Pascoe said, “We’ve worked closely with the state park and the BLM and the Forest Service since 2003 at least to try to work out a climbing management plan.” That plan was adopted to govern climbing at the Castle Rocks State Park portion of the area in 2003, he said, and “it has been used successfully there this whole time.” Pascoe said if the protests aren’t successful, his group will consider a lawsuit.
CLIMBING — When I watched Robyn Erbesfield's chiseled body defy gravity at Wild Walls for a profile story I wrote in 1996, I should have assumed that any children she might eventually produce would have the genetics to become a good climber.
I underestimated her.
Brooke Raboutou, 11, born to climbing world champions Robyn Erbesfield-Raboutou and Didier Raboutou, is setting records adults couldn't reach in their dreams.
Her mom says rock climbing walls have been part of their homes just like the oven and dish washer.
Brooke began her training around the time she could walk, according to her profile at Team ABC Boulder.
The video above show this little person is nothing short of amazing.
CLIMBING — See mind-boggling vertical rock climbing feats in a FREE presenation of the Reel Rock 7 film tour starting 7 p.m., Nov. 1, at Mountain Gear, 2002 N. Division St.
FILMS– Radical Reels, the high-action, adrenaline-packed off-shoot flicks from the Banff Mountain Film Festival are coming to North Idaho this week, including a debut appearance in Coeur d’Alene.
The shows are scheduled:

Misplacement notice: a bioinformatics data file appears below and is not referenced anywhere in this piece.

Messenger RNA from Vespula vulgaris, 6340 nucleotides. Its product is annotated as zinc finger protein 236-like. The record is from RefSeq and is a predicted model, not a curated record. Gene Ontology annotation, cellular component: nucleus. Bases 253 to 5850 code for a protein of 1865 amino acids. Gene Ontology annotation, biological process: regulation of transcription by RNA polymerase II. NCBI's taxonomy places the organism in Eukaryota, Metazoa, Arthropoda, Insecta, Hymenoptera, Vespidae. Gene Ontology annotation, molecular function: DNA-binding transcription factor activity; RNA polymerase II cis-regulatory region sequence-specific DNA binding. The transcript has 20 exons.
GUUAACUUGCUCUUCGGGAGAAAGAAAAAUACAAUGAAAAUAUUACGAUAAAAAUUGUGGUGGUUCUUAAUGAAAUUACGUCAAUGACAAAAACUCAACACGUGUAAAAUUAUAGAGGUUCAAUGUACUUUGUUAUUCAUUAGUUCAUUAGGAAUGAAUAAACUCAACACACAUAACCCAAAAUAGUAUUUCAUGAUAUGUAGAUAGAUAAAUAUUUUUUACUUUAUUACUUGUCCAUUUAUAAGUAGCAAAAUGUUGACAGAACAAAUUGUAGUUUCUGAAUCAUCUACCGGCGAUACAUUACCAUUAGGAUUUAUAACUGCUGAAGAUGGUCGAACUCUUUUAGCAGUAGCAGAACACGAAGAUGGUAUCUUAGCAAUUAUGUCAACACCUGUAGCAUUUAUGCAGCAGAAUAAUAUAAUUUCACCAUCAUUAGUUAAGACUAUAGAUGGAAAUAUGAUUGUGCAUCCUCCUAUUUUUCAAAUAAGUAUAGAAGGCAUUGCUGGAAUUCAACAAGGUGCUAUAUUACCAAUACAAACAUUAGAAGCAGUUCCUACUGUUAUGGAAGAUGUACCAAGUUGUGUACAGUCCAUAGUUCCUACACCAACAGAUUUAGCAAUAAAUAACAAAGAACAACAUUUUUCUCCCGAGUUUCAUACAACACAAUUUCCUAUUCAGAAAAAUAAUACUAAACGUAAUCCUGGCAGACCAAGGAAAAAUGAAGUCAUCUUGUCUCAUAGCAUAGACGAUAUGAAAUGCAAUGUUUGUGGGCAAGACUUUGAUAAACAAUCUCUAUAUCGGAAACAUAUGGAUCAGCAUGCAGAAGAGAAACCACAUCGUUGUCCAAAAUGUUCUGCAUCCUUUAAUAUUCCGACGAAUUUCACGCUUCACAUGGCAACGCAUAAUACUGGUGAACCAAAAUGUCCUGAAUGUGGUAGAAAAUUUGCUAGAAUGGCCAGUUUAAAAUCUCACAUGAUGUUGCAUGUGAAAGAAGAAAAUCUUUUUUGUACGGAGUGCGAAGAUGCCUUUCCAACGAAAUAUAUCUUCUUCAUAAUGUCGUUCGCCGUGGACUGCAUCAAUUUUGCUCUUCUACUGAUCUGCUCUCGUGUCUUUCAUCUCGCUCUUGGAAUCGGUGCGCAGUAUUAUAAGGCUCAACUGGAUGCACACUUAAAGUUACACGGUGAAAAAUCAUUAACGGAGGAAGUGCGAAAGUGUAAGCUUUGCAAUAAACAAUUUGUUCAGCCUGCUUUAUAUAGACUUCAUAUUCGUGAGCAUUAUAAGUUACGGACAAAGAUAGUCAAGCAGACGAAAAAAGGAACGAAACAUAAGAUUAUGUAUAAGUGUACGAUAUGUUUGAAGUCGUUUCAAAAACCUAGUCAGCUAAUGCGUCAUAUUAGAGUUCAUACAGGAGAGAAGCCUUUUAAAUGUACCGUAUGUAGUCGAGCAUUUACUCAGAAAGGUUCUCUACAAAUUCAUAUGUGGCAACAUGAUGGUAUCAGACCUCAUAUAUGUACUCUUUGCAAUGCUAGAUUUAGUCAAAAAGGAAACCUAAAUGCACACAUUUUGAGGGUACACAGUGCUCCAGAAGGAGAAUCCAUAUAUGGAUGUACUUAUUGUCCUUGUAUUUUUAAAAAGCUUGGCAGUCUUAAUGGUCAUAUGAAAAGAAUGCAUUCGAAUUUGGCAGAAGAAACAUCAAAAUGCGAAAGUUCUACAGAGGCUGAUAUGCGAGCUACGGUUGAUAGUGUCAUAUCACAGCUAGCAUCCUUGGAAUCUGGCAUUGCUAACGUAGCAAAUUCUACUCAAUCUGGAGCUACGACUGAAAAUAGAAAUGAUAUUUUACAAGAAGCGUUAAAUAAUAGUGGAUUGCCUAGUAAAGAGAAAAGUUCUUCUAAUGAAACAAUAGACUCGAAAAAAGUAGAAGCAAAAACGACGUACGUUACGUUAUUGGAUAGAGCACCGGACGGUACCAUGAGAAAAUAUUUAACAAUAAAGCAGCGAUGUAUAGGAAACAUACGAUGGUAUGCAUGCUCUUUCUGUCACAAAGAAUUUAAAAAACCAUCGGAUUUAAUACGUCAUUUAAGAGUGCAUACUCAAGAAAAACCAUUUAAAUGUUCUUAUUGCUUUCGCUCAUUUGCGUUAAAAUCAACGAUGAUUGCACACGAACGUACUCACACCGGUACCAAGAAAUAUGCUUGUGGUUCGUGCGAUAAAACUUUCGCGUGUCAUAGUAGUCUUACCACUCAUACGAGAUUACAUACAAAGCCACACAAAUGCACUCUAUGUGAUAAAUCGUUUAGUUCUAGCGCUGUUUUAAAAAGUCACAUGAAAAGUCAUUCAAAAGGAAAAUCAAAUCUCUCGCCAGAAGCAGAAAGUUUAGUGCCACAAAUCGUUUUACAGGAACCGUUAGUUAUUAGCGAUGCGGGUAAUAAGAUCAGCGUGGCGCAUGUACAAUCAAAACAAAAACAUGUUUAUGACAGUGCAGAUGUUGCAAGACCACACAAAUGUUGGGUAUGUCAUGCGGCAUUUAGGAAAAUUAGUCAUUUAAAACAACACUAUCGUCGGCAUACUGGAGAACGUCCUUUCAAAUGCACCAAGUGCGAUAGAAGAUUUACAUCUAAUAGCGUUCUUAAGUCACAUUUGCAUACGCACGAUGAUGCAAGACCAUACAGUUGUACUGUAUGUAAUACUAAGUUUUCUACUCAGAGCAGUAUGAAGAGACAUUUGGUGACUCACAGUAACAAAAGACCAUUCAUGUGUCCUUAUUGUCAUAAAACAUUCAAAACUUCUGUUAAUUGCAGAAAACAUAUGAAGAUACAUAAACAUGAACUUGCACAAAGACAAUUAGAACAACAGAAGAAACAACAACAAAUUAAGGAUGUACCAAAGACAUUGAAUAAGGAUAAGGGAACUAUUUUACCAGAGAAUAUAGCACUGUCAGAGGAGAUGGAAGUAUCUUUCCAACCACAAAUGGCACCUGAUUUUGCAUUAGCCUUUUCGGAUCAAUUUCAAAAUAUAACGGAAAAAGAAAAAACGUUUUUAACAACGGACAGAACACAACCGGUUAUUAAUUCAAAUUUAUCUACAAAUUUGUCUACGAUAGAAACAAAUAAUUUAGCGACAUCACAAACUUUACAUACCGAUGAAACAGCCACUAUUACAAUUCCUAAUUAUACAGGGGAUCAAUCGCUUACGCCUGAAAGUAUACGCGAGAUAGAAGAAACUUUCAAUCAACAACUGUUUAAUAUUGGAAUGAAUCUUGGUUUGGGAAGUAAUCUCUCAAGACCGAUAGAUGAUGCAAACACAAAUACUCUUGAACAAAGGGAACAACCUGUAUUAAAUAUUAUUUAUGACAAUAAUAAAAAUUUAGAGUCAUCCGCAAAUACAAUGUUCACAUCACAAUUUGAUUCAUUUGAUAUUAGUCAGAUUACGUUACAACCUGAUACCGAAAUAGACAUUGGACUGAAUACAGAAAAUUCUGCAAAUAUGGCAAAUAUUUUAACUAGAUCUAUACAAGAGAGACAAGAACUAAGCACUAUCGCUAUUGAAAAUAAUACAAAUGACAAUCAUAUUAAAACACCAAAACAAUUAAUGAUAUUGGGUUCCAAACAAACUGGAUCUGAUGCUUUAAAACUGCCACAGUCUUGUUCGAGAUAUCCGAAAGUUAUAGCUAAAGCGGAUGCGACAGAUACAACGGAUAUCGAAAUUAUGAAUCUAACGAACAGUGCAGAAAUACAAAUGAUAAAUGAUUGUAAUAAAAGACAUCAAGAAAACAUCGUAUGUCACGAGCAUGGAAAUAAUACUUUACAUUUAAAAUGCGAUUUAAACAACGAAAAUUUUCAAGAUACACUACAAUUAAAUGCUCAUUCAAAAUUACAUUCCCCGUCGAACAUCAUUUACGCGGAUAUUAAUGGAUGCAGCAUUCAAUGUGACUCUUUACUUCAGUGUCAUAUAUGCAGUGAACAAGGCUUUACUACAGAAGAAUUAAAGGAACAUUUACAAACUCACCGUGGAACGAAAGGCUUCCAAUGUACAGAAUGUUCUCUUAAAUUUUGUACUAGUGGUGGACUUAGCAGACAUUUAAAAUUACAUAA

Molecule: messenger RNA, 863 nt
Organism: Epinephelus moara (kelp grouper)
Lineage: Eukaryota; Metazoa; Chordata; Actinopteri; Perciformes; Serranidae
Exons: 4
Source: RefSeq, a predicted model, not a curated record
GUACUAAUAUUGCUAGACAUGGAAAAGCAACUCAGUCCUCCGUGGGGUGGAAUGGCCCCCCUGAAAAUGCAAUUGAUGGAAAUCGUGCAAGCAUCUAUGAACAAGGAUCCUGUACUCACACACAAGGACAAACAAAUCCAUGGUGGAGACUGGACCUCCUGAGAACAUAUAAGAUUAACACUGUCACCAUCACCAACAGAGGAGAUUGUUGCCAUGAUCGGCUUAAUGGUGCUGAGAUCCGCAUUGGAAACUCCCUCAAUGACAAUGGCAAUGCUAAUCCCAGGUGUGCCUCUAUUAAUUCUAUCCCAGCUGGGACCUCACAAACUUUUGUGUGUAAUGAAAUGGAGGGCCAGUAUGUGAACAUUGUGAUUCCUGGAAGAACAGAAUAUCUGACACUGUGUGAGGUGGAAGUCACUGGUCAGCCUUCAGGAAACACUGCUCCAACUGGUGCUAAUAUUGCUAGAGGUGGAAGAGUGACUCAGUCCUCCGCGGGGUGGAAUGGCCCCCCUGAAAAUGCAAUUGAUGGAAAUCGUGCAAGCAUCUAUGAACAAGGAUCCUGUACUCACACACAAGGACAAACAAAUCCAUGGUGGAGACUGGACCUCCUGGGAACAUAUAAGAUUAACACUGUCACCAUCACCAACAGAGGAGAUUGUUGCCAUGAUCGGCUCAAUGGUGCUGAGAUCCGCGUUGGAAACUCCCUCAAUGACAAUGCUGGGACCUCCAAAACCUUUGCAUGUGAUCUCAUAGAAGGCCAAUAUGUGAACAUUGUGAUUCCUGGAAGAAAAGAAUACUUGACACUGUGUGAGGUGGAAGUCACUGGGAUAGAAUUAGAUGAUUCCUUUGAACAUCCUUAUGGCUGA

Wednesday (Oct. 17) at the Kroc Center in Coeur d’Alene. Doors open 5 p.m.; films start at 6.
Thursday (Oct. 18) at the Panida Theater in Sandpoint. Doors open 6 p.m.; films start at 7.
The 11 films on this year’s tour include skateboarding on bobsled courses, kayakers on an adventure from Mexico to Iceland, speed climbing on outrageous rock routes, BASE skiing and a humorous candid look at people using headcams.
Tickets are $13 in advances at shops in the Sandpoint and Coeur d’Alene areas. Leftovers will be sold for $15 at the door.
- Info on where to get advance tickets, etc: mountain-fever.com.
Refreshments start at 6 p.m.; show at 7 p.m. Gifts will be offered to the first 100 women attending.
Glanc joined Patrick Ormond and Jeremiah Watt on the first American team to climb in the Balkans country bordered by Bosnia, Serbia, Kosovo, Albania and the Adratic Sea.
COUNTY PARKS — The long-awaited trailhead parking area on the south side of the Big Rock-Rocks of Sharon area in Spokane Valley will be open to public access Friday at 3 p.m., said Paul Knowles, Spokane County Parks planner.
Heavy equipment is still working at the site accessible from the Palouse Highway near the end of Stevens Creek Road. County Parks will be hydro-seeding, putting up signs and doing other touch-up worth at the parking area through fall, Knowles said.
The Big Rock area, adjacent to the Iller Creek Conservation Area, is prized by rock climbers and hikers. It's been secured by the county through a series of deals and purchases with help from the Dishman Hills Conservancy.
The new parking area is designed to handle school buses. It will accommodate about 30 passenger vehicles if parked in an organized fashion.
Notable restrictions include:
- No motorized vehicles allowed on trails beyond the parking area.
- Dogs must be on leash.
- Equestrian use of the Rocks of Sharon-Iller Creek Conservation Area is discouraged because newer trails built by volunteers have not had time to compat and poor visibility along trail corridors makesconflicts between different users more likely, Knowles said.
See a map of hiking trails accessible from Stevens Creek or from the north side Holman Road access to Iller Creek.